After giving it a little thought, she realized that she was curious about the trees that had been cut down and carted away. ‘Where are they taking the trees…’ she wondered. It was more than just idle curiosity; something deep within compelled her to investigate. As the thought to do so entered her mind she suddenly found herself standing elsewhere; on a broad, wood and stone bridge beneath which surged the fast moving currents of a river. The area within which she found herself was shrouded in mist, the night sky stars hidden by a black canopy of clouds. Somehow she knew the oak planks on which she stood came from the forest where she grew up, but was oblivious as to where exactly she was at this moment, why she was here, and how much time had passed. She was, however, quite aware of something she found extremely curious; although an earthbound spirit, she was evidently not bound by natural laws or commonplace things like time, space or distance. Evidently she could move through and beyond those things with the speed of thought. Some inner sense told her that she was suddenly very far from home.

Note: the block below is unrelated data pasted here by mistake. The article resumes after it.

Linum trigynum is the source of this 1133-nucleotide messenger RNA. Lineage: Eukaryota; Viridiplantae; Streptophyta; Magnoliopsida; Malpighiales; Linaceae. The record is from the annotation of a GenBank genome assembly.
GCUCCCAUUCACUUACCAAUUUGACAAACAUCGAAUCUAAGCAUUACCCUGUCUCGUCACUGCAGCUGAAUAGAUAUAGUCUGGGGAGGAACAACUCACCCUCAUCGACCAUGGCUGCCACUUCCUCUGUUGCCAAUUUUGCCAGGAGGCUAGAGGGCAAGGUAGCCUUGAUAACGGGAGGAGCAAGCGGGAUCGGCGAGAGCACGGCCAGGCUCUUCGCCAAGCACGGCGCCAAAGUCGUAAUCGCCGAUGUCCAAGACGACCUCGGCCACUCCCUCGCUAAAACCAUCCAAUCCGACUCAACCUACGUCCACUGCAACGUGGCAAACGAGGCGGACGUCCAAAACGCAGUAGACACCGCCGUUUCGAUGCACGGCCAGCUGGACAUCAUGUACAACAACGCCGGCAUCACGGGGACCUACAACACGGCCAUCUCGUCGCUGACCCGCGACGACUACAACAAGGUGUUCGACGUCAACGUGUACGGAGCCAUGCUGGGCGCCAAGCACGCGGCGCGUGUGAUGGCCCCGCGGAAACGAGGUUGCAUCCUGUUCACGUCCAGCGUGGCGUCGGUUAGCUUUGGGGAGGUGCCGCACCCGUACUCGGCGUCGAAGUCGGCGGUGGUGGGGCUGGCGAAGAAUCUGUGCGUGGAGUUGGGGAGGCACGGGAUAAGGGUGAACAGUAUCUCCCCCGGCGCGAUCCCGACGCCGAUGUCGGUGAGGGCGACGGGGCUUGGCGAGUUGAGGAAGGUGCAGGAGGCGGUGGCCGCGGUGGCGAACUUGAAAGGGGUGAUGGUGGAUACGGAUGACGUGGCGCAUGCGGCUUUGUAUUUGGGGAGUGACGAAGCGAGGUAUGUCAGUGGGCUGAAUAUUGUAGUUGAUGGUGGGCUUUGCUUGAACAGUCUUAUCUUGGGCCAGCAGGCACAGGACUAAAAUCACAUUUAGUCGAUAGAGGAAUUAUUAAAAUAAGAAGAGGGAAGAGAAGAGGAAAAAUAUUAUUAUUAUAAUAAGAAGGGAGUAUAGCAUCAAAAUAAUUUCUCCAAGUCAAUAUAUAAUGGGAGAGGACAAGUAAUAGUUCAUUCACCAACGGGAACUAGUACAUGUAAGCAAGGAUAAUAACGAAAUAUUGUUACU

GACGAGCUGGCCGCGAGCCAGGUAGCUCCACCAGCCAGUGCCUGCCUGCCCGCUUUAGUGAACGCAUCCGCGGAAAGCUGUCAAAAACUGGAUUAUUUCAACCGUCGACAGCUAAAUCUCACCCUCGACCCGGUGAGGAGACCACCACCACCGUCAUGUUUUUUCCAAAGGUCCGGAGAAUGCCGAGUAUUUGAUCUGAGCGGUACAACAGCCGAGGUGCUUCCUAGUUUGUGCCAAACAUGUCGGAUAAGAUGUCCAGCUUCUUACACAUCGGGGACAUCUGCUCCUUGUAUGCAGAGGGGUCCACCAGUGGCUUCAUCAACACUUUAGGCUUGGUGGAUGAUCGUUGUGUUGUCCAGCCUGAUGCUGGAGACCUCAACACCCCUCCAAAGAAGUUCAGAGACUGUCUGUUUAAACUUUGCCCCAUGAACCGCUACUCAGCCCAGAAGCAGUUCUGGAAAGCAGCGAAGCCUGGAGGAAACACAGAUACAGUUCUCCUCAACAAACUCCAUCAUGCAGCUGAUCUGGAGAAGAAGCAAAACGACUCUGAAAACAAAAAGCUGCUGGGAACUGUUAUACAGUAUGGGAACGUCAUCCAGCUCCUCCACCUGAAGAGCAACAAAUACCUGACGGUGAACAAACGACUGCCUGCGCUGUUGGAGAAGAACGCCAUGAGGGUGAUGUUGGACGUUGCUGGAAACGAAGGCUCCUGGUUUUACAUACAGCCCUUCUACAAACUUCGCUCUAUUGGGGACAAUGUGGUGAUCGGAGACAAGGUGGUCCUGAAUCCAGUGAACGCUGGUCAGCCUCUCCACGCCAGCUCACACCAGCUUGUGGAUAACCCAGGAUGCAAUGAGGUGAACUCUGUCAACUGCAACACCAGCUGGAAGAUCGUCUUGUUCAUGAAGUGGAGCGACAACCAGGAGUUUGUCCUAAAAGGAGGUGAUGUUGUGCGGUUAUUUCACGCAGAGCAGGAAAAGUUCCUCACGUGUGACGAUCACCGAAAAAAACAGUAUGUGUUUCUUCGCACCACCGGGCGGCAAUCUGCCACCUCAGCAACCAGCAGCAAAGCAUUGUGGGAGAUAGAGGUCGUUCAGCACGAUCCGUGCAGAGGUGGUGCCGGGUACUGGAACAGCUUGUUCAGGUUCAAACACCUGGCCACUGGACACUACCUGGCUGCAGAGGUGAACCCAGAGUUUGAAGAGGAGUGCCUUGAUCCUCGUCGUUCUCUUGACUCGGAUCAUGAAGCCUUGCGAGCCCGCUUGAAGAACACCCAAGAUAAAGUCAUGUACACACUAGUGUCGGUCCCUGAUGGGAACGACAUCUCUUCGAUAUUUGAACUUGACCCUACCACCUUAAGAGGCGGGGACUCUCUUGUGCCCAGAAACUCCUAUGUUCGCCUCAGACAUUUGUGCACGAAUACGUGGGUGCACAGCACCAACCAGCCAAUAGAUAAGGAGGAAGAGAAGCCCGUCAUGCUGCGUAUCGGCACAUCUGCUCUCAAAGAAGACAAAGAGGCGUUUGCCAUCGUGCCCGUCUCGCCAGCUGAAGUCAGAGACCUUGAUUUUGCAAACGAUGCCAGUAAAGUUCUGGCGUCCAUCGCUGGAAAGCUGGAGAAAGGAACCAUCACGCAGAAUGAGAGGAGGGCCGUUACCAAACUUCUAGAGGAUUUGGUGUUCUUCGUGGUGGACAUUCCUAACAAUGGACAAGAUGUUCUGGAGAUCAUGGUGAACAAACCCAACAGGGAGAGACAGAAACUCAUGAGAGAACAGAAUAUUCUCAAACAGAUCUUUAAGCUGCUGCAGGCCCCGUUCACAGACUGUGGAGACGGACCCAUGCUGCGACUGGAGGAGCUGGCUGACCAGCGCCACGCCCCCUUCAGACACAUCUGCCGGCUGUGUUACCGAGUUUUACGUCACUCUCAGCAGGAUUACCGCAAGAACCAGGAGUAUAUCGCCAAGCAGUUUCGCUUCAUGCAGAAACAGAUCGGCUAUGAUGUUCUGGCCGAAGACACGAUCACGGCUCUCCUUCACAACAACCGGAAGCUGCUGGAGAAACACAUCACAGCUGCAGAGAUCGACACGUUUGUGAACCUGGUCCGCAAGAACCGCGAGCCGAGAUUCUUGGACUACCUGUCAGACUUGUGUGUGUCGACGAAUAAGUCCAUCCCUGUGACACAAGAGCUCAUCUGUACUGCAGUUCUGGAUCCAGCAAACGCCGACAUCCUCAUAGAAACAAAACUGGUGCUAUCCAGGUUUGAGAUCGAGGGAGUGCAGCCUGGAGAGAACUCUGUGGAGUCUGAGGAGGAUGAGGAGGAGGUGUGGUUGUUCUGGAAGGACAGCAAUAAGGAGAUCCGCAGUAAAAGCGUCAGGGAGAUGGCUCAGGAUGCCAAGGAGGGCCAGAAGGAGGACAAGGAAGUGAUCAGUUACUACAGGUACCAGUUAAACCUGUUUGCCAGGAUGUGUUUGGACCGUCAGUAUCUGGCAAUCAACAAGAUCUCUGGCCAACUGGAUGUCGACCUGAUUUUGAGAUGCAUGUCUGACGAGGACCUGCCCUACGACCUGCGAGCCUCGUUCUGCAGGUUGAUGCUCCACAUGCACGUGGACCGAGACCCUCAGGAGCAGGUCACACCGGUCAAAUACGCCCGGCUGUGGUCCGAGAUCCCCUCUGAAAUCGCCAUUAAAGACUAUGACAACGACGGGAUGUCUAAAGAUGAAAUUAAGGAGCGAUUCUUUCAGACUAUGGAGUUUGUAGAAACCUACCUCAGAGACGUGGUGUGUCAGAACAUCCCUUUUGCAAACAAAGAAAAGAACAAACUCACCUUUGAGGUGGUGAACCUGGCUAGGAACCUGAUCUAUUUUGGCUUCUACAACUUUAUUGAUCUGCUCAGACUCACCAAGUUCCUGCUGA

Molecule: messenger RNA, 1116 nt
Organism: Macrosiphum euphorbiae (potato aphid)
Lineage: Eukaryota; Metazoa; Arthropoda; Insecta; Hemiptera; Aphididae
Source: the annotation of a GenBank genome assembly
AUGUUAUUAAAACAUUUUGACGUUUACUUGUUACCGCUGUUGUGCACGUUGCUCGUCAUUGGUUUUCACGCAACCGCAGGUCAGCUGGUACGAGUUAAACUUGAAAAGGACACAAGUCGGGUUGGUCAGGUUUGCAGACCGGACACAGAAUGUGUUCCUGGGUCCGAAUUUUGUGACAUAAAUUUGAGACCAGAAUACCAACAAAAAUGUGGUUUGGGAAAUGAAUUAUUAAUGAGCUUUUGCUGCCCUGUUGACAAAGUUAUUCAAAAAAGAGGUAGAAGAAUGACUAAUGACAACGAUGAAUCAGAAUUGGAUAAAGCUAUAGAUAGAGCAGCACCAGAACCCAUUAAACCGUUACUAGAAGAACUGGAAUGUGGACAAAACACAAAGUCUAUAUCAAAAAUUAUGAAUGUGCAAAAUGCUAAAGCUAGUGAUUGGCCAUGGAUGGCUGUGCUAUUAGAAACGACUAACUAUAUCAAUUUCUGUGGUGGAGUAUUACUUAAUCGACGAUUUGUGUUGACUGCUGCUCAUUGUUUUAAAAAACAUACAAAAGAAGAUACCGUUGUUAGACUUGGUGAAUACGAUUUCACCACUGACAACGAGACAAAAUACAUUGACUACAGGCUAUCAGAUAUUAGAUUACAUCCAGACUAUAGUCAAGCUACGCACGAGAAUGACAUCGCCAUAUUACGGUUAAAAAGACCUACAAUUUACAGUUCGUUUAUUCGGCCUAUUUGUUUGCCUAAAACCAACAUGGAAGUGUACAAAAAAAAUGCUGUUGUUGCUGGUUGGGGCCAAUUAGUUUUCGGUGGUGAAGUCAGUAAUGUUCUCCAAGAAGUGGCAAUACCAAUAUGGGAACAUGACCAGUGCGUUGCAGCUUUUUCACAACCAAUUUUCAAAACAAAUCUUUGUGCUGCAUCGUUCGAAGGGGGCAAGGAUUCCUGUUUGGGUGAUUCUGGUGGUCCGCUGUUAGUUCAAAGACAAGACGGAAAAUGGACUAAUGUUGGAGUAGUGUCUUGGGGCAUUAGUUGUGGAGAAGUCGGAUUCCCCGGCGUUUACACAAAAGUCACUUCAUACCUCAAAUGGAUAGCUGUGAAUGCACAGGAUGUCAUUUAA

Distracted by her thoughts, she failed to detect the toll keeper standing behind her. He was holding a lamp, and had been walking with an unsteady swagger, due no doubt from consuming far too much rice wine. Uncertain if his eyes had deceived him, he stopped in his tracks the moment Asako appeared. Immobile from shock, he could only stare in stunned disbelief. Momentarily evil thoughts formed in his inebriated mind as he perceived the curves of her body beneath the wind blown silk of her dress. Animated by desire he took a step forward, his foot scrapping against the surface of the wood, inadvertently alerting the girl. Turning abruptly she faced him; a leering, unshaven ruffian that immediately brought back memories of Miyamoto and his men. The crooked, wicked grin on this man’s rough-hewed face broadened… “My, my,” he drawled crudely, “where did such a beauty come from?”

She simultaneously sensed and loathed his improper thoughts. They made her uncomfortable, embarrassed and angry. As he stared wide-eyed, Asako vanished in a blink, instantly becoming a swirling, almost transparent mist that subtly and suddenly blended with the fog. Startled, stunned and suddenly alone, he began to doubt and question his own senses.  Begrudgingly he mumbled something about liquid ‘spirits’ causing one to see spirits, pouted like a spoiled child and then haphazardly trekked along on his unsteady way.